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remember rosko, soda blasting is good for paint removal of clean metal, it does not remove corrosion like a good old fashoned sand blasting will. The upside it is does not heat the metal and the surface is most of the way preped for painting. The best thing I can think of is honda plastic parts - sand eats them like crazy.

That being said I have tons of stuff you can soda blast, a stack of sidecovers alone.

If you have heavy rusted stuff come over to my place and blast it with aluminum oxide or walnut shells. Between the two of us we should have the whole place covered.

Oh and build the box big enough so I can get car parts in, Please.
 

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Not that I know a lot about it but isn't there either a health concern for soda blasting (a respirator is needed to prevent lung damage) or a risk of explosion or flash fire from the dust in the air? Then again I guess you could say the same thing about two part auto paint....

Hey Geeto - what would work better on a T500 crankcase? Walnut shells or soda blasting??? I need to get the race bike case cleaned up as my crank is at the rebuilder's now......

Jim

EDIT - Or I could read Rosko's post a little better and see that he's got the coveralls/repirator/air handling thing covered already....



Edited by - diamondj on Feb 20 2007 7:21:27 PM
I guess you science teacher never showed you how to make a flour bomb jim. Any particulate matter suspended in the air is suceptible to explosion when compressed in a container. All it takes is a flash flame and boom!. when I was a kid we blew up a lot of paint cans and garbage cans with sacks of flour. It doesn't matter the material (which is why most sandblasting cabinets have vents) but soda does touch off a little easier than say aluminum oxide (although aluminum oxide has a hotter flame front). As for a health concern, yeah they all do. I could not tell you the crap I used to cough up back when the corvette shop had me wroking the sandbalster for 8 hours a day for days on end.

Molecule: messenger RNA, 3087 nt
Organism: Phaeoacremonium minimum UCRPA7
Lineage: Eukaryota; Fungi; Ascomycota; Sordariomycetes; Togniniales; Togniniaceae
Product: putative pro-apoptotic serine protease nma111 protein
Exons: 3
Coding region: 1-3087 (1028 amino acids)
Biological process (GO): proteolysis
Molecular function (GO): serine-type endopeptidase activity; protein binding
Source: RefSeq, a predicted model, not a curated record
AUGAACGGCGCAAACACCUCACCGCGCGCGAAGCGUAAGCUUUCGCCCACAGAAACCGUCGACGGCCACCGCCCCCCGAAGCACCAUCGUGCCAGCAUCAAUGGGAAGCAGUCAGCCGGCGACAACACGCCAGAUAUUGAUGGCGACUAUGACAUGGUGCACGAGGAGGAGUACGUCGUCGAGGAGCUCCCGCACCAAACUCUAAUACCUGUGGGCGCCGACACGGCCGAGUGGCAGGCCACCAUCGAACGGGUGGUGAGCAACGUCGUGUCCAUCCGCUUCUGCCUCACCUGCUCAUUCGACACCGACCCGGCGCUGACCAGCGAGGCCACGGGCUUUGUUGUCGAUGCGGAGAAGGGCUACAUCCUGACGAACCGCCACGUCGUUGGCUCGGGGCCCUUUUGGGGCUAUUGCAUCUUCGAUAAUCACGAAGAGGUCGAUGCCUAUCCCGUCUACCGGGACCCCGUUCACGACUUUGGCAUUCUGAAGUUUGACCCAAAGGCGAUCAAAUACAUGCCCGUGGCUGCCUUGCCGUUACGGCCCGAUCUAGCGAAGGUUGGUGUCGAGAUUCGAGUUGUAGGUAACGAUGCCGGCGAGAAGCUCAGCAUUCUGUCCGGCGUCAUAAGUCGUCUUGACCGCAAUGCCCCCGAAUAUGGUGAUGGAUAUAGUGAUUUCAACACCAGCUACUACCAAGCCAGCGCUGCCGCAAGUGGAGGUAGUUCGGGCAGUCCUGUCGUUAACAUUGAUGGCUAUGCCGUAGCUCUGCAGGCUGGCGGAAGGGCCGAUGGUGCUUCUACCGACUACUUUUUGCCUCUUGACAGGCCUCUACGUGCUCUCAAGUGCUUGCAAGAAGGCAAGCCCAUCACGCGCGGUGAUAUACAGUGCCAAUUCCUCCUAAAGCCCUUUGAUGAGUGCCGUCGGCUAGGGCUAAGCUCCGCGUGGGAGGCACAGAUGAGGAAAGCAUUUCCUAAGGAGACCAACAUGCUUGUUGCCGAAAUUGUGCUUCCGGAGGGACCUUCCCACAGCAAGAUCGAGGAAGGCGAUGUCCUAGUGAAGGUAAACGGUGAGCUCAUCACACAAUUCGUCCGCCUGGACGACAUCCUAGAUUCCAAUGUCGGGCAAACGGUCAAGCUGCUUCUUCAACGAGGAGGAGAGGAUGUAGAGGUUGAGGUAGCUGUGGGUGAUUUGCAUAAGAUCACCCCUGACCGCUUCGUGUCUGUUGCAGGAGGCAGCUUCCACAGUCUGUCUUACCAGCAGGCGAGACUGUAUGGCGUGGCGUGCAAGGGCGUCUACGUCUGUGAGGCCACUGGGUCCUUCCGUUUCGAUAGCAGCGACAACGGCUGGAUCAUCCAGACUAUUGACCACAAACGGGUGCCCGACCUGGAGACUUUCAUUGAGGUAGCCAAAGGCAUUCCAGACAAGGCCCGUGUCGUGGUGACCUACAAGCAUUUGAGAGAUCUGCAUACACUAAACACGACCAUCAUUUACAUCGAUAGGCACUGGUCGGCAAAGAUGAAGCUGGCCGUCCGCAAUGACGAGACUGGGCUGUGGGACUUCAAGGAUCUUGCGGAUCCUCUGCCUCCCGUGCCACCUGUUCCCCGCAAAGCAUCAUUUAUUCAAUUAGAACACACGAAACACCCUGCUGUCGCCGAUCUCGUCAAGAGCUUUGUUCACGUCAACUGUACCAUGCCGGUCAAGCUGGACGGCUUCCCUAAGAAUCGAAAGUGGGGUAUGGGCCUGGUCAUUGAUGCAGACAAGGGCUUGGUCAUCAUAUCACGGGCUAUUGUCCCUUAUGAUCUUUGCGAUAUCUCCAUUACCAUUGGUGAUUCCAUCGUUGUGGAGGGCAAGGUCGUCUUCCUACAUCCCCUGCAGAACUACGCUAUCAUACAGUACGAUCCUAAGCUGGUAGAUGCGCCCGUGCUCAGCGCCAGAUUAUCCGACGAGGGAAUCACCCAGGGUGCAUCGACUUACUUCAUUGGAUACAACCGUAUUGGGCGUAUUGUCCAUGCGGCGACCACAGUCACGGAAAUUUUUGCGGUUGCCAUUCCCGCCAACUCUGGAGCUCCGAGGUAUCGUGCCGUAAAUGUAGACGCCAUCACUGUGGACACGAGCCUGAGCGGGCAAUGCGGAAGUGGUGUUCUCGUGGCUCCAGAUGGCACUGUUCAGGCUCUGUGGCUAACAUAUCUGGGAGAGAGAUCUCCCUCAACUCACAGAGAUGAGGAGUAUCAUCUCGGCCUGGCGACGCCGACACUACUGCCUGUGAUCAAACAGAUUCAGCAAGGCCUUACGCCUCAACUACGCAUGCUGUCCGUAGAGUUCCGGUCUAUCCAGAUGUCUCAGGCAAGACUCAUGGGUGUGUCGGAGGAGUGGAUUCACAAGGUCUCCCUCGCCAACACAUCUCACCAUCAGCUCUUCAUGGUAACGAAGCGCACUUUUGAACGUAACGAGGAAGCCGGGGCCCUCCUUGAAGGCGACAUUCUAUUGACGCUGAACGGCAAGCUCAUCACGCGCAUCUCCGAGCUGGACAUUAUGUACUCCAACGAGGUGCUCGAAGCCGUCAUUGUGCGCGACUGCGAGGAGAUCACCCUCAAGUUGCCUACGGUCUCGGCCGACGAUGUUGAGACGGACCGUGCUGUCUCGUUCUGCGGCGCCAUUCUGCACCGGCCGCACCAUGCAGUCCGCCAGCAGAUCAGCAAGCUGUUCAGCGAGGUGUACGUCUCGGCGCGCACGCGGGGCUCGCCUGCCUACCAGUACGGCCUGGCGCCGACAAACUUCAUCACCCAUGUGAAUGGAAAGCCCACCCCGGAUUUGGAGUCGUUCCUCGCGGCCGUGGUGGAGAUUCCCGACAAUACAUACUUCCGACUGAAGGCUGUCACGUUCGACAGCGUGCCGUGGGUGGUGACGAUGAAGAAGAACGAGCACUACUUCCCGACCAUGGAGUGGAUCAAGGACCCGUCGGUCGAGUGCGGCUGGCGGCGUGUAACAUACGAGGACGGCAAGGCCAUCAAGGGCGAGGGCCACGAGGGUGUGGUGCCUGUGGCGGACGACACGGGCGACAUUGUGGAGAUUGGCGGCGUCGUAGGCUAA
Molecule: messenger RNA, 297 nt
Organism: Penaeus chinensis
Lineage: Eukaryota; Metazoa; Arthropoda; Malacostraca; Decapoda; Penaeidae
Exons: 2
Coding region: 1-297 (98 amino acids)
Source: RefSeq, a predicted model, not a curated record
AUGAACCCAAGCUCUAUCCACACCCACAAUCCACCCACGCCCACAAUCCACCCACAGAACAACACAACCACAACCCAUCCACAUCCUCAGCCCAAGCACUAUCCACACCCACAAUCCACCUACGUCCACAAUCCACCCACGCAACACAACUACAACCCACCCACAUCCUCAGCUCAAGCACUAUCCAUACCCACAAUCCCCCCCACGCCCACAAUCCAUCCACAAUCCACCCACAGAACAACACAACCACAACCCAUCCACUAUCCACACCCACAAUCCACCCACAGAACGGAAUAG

Personally, I know you jim and soda is what you want. shells (from here out I am just going to call it sand) will give you a little bit of a rough texture (like matte aluminum) that you will have to take one step further to make look like normal aluminum. Soda will give you a nice natural metal finish that is smooth to the touch and has a light sheen. If you are painting the cases then sand, if you want to just clear the aluminum then soda.

call me jim I'm sure we can get this taken care of for ya.
 
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